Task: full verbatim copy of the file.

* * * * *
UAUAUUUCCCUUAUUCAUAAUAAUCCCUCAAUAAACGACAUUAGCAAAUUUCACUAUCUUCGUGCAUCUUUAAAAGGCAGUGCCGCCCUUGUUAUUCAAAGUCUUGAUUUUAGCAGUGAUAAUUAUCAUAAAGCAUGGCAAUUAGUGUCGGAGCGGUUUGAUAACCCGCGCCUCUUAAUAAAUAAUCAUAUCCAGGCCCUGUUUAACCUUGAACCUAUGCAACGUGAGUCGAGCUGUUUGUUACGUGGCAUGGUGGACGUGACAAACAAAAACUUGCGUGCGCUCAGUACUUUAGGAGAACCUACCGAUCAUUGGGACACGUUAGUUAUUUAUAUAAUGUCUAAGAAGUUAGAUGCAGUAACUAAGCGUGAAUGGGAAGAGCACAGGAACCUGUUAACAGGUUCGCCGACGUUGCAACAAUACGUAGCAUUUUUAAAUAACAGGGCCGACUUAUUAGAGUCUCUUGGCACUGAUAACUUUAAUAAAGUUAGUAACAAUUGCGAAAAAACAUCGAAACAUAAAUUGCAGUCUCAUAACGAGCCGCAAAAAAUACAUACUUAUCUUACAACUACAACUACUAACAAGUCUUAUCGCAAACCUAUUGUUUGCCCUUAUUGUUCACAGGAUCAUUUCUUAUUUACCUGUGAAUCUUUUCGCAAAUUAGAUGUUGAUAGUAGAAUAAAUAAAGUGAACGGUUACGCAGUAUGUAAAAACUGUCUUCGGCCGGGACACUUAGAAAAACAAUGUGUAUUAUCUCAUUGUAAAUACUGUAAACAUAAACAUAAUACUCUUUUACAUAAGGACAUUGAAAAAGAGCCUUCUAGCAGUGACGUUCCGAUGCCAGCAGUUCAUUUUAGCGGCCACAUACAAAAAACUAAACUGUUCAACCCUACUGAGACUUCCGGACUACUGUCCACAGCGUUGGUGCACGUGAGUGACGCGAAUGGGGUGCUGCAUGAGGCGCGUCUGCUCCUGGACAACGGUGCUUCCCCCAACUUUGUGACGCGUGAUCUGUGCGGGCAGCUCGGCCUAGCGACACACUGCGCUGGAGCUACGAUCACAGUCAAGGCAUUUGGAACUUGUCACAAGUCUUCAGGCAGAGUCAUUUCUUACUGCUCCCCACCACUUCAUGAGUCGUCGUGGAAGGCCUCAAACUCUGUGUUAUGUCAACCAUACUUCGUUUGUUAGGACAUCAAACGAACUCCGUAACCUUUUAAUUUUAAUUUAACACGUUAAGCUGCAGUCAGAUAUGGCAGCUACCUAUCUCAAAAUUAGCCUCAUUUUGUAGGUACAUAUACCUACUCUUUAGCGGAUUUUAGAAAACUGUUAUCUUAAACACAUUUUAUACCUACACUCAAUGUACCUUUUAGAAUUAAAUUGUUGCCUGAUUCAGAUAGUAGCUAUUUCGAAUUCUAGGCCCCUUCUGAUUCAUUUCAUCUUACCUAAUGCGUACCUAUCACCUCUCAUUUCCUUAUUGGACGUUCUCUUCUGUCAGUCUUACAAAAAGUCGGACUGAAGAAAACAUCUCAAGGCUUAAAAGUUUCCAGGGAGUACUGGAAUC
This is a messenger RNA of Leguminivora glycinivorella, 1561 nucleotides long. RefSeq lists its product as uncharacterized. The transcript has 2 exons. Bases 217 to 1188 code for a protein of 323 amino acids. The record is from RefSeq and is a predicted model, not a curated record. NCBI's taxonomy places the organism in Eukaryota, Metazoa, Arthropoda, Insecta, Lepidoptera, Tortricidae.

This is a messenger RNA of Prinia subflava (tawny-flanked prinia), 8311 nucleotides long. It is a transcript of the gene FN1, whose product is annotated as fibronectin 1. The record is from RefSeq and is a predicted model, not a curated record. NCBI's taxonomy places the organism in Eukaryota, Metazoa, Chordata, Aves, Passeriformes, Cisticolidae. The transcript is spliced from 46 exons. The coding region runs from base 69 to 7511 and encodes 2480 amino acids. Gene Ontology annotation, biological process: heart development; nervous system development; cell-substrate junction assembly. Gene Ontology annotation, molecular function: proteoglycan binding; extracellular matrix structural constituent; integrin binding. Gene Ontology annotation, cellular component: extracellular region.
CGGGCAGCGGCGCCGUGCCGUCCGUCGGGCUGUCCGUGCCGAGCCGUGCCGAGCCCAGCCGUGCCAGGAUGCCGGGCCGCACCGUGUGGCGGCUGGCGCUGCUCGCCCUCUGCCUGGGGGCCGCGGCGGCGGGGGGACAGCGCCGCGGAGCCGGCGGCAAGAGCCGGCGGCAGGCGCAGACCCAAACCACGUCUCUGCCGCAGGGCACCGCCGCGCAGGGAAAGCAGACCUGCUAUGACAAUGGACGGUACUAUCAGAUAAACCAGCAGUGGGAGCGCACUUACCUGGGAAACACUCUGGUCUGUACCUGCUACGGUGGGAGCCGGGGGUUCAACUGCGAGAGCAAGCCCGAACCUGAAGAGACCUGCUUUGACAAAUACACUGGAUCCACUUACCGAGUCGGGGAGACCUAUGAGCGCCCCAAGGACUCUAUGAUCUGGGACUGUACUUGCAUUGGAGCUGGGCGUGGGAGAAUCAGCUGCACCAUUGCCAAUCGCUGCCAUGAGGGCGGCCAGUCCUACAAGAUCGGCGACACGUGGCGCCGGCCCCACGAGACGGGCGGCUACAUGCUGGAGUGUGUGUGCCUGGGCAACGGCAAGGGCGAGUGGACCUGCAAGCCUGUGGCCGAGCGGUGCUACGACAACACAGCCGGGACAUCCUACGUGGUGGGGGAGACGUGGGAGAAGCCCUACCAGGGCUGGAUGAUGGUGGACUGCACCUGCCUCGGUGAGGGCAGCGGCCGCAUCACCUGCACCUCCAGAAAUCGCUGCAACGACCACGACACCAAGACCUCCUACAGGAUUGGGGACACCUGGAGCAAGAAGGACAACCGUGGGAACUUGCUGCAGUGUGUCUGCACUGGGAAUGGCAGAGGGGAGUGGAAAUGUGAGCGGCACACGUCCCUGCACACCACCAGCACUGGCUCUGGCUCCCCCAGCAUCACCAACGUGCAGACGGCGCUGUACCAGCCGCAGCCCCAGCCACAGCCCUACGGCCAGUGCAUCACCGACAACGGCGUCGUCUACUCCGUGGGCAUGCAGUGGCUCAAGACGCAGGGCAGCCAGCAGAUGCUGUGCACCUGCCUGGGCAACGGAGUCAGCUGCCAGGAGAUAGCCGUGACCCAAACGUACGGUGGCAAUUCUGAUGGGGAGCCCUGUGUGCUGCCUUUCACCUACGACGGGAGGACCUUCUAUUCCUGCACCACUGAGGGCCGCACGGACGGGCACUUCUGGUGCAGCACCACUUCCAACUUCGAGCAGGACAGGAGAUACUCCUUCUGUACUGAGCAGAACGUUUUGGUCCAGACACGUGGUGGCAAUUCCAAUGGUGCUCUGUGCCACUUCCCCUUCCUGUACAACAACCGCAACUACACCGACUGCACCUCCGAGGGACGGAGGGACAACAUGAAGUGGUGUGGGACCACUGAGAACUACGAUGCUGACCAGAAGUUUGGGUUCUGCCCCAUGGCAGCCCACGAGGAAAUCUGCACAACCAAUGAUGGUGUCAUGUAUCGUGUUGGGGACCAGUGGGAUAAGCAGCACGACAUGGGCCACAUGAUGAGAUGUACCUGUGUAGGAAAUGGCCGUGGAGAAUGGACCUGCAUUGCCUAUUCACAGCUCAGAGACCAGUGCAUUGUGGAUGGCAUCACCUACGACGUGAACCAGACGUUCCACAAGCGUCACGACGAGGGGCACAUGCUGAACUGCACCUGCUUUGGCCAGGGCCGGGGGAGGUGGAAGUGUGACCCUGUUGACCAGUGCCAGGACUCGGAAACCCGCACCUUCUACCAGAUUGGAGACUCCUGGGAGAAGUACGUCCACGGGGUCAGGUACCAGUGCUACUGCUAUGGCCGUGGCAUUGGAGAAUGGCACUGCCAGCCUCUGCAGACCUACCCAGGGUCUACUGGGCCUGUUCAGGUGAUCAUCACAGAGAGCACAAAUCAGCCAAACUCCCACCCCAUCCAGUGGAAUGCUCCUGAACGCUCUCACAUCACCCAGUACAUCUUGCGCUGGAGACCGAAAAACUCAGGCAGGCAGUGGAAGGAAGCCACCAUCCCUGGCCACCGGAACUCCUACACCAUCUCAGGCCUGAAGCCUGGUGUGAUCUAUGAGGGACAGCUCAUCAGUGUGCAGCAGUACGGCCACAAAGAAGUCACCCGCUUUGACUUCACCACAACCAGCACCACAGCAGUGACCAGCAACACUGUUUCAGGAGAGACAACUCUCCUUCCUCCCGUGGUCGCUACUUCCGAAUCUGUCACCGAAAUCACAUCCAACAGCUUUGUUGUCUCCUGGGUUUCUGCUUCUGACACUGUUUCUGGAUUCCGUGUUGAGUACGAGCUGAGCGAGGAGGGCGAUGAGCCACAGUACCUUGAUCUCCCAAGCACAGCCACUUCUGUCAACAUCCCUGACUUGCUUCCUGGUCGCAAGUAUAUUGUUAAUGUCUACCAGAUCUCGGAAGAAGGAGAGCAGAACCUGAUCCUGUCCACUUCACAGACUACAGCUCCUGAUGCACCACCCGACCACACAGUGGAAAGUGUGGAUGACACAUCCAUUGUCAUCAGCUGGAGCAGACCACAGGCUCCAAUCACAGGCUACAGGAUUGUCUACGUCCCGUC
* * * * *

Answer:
UAUAUUUCCCUUAUUCAUAAUAAUCCCUCAAUAAACGACAUUAGCAAAUUUCACUAUCUUCGUGCAUCUUUAAAAGGCAGUGCCGCCCUUGUUAUUCAAAGUCUUGAUUUUAGCAGUGAUAAUUAUCAUAAAGCAUGGCAAUUAGUGUCGGAGCGGUUUGAUAACCCGCGCCUCUUAAUAAAUAAUCAUAUCCAGGCCCUGUUUAACCUUGAACCUAUGCAACGUGAGUCGAGCUGUUUGUUACGUGGCAUGGUGGACGUGACAAACAAAAACUUGCGUGCGCUCAGUACUUUAGGAGAACCUACCGAUCAUUGGGACACGUUAGUUAUUUAUAUAAUGUCUAAGAAGUUAGAUGCAGUAACUAAGCGUGAAUGGGAAGAGCACAGGAACCUGUUAACAGGUUCGCCGACGUUGCAACAAUACGUAGCAUUUUUAAAUAACAGGGCCGACUUAUUAGAGUCUCUUGGCACUGAUAACUUUAAUAAAGUUAGUAACAAUUGCGAAAAAACAUCGAAACAUAAAUUGCAGUCUCAUAACGAGCCGCAAAAAAUACAUACUUAUCUUACAACUACAACUACUAACAAGUCUUAUCGCAAACCUAUUGUUUGCCCUUAUUGUUCACAGGAUCAUUUCUUAUUUACCUGUGAAUCUUUUCGCAAAUUAGAUGUUGAUAGUAGAAUAAAUAAAGUGAACGGUUACGCAGUAUGUAAAAACUGUCUUCGGCCGGGACACUUAGAAAAACAAUGUGUAUUAUCUCAUUGUAAAUACUGUAAACAUAAACAUAAUACUCUUUUACAUAAGGACAUUGAAAAAGAGCCUUCUAGCAGUGACGUUCCGAUGCCAGCAGUUCAUUUUAGCGGCCACAUACAAAAAACUAAACUGUUCAACCCUACUGAGACUUCCGGACUACUGUCCACAGCGUUGGUGCACGUGAGUGACGCGAAUGGGGUGCUGCAUGAGGCGCGUCUGCUCCUGGACAACGGUGCUUCCCCCAACUUUGUGACGCGUGAUCUGUGCGGGCAGCUCGGCCUAGCGACACACUGCGCUGGAGCUACGAUCACAGUCAAGGCAUUUGGAACUUGUCACAAGUCUUCAGGCAGAGUCAUUUCUUACUGCUCCCCACCACUUCAUGAGUCGUCGUGGAAGGCCUCAAACUCUGUGUUAUGUCAACCAUACUUCGUUUGUUAGGACAUCAAACGAACUCCGUAACCUUUUAAUUUUAAUUUAACACGUUAAGCUGCAGUCAGAUAUGGCAGCUACCUAUCUCAAAAUUAGCCUCAUUUUGUAGGUACAUAUACCUACUCUUUAGCGGAUUUUAGAAAACUGUUAUCUUAAACACAUUUUAUACCUACACUCAAUGUACCUUUUAGAAUUAAAUUGUUGCCUGAUUCAGAUAGUAGCUAUUUCGAAUUCUAGGCCCCUUCUGAUUCAUUUCAUCUUACCUAAUGCGUACCUAUCACCUCUCAUUUCCUUAUUGGACGUUCUCUUCUGUCAGUCUUACAAAAAGUCGGACUGAAGAAAACAUCUCAAGGCUUAAAAGUUUCCAGGGAGUACUGGAAUC
This is a messenger RNA of Leguminivora glycinivorella, 1561 nucleotides long. RefSeq lists its product as uncharacterized. The transcript has 2 exons. Bases 217 to 1188 code for a protein of 323 amino acids. The record is from RefSeq and is a predicted model, not a curated record. NCBI's taxonomy places the organism in Eukaryota, Metazoa, Arthropoda, Insecta, Lepidoptera, Tortricidae.

This is a messenger RNA of Prinia subflava (tawny-flanked prinia), 8311 nucleotides long. It is a transcript of the gene FN1, whose product is annotated as fibronectin 1. The record is from RefSeq and is a predicted model, not a curated record. NCBI's taxonomy places the organism in Eukaryota, Metazoa, Chordata, Aves, Passeriformes, Cisticolidae. The transcript is spliced from 46 exons. The coding region runs from base 69 to 7511 and encodes 2480 amino acids. Gene Ontology annotation, biological process: heart development; nervous system development; cell-substrate junction assembly. Gene Ontology annotation, molecular function: proteoglycan binding; extracellular matrix structural constituent; integrin binding. Gene Ontology annotation, cellular component: extracellular region.
CGGGCAGCGGCGCCGUGCCGUCCGUCGGGCUGUCCGUGCCGAGCCGUGCCGAGCCCAGCCGUGCCAGGAUGCCGGGCCGCACCGUGUGGCGGCUGGCGCUGCUCGCCCUCUGCCUGGGGGCCGCGGCGGCGGGGGGACAGCGCCGCGGAGCCGGCGGCAAGAGCCGGCGGCAGGCGCAGACCCAAACCACGUCUCUGCCGCAGGGCACCGCCGCGCAGGGAAAGCAGACCUGCUAUGACAAUGGACGGUACUAUCAGAUAAACCAGCAGUGGGAGCGCACUUACCUGGGAAACACUCUGGUCUGUACCUGCUACGGUGGGAGCCGGGGGUUCAACUGCGAGAGCAAGCCCGAACCUGAAGAGACCUGCUUUGACAAAUACACUGGAUCCACUUACCGAGUCGGGGAGACCUAUGAGCGCCCCAAGGACUCUAUGAUCUGGGACUGUACUUGCAUUGGAGCUGGGCGUGGGAGAAUCAGCUGCACCAUUGCCAAUCGCUGCCAUGAGGGCGGCCAGUCCUACAAGAUCGGCGACACGUGGCGCCGGCCCCACGAGACGGGCGGCUACAUGCUGGAGUGUGUGUGCCUGGGCAACGGCAAGGGCGAGUGGACCUGCAAGCCUGUGGCCGAGCGGUGCUACGACAACACAGCCGGGACAUCCUACGUGGUGGGGGAGACGUGGGAGAAGCCCUACCAGGGCUGGAUGAUGGUGGACUGCACCUGCCUCGGUGAGGGCAGCGGCCGCAUCACCUGCACCUCCAGAAAUCGCUGCAACGACCACGACACCAAGACCUCCUACAGGAUUGGGGACACCUGGAGCAAGAAGGACAACCGUGGGAACUUGCUGCAGUGUGUCUGCACUGGGAAUGGCAGAGGGGAGUGGAAAUGUGAGCGGCACACGUCCCUGCACACCACCAGCACUGGCUCUGGCUCCCCCAGCAUCACCAACGUGCAGACGGCGCUGUACCAGCCGCAGCCCCAGCCACAGCCCUACGGCCAGUGCAUCACCGACAACGGCGUCGUCUACUCCGUGGGCAUGCAGUGGCUCAAGACGCAGGGCAGCCAGCAGAUGCUGUGCACCUGCCUGGGCAACGGAGUCAGCUGCCAGGAGAUAGCCGUGACCCAAACGUACGGUGGCAAUUCUGAUGGGGAGCCCUGUGUGCUGCCUUUCACCUACGACGGGAGGACCUUCUAUUCCUGCACCACUGAGGGCCGCACGGACGGGCACUUCUGGUGCAGCACCACUUCCAACUUCGAGCAGGACAGGAGAUACUCCUUCUGUACUGAGCAGAACGUUUUGGUCCAGACACGUGGUGGCAAUUCCAAUGGUGCUCUGUGCCACUUCCCCUUCCUGUACAACAACCGCAACUACACCGACUGCACCUCCGAGGGACGGAGGGACAACAUGAAGUGGUGUGGGACCACUGAGAACUACGAUGCUGACCAGAAGUUUGGGUUCUGCCCCAUGGCAGCCCACGAGGAAAUCUGCACAACCAAUGAUGGUGUCAUGUAUCGUGUUGGGGACCAGUGGGAUAAGCAGCACGACAUGGGCCACAUGAUGAGAUGUACCUGUGUAGGAAAUGGCCGUGGAGAAUGGACCUGCAUUGCCUAUUCACAGCUCAGAGACCAGUGCAUUGUGGAUGGCAUCACCUACGACGUGAACCAGACGUUCCACAAGCGUCACGACGAGGGGCACAUGCUGAACUGCACCUGCUUUGGCCAGGGCCGGGGGAGGUGGAAGUGUGACCCUGUUGACCAGUGCCAGGACUCGGAAACCCGCACCUUCUACCAGAUUGGAGACUCCUGGGAGAAGUACGUCCACGGGGUCAGGUACCAGUGCUACUGCUAUGGCCGUGGCAUUGGAGAAUGGCACUGCCAGCCUCUGCAGACCUACCCAGGGUCUACUGGGCCUGUUCAGGUGAUCAUCACAGAGAGCACAAAUCAGCCAAACUCCCACCCCAUCCAGUGGAAUGCUCCUGAACGCUCUCACAUCACCCAGUACAUCUUGCGCUGGAGACCGAAAAACUCAGGCAGGCAGUGGAAGGAAGCCACCAUCCCUGGCCACCGGAACUCCUACACCAUCUCAGGCCUGAAGCCUGGUGUGAUCUAUGAGGGACAGCUCAUCAGUGUGCAGCAGUACGGCCACAAAGAAGUCACCCGCUUUGACUUCACCACAACCAGCACCACAGCAGUGACCAGCAACACUGUUUCAGGAGAGACAACUCUCCUUCCUCCCGUGGUCGCUACUUCCGAAUCUGUCACCGAAAUCACAUCCAACAGCUUUGUUGUCUCCUGGGUUUCUGCUUCUGACACUGUUUCUGGAUUCCGUGUUGAGUACGAGCUGAGCGAGGAGGGCGAUGAGCCACAGUACCUUGAUCUCCCAAGCACAGCCACUUCUGUCAACAUCCCUGACUUGCUUCCUGGUCGCAAGUAUAUUGUUAAUGUCUACCAGAUCUCGGAAGAAGGAGAGCAGAACCUGAUCCUGUCCACUUCACAGACUACAGCUCCUGAUGCACCACCCGACCACACAGUGGAAAGUGUGGAUGACACAUCCAUUGUCAUCAGCUGGAGCAGACCACAGGCUCCAAUCACAGGCUACAGGAUUGUCUACGUCCCGUC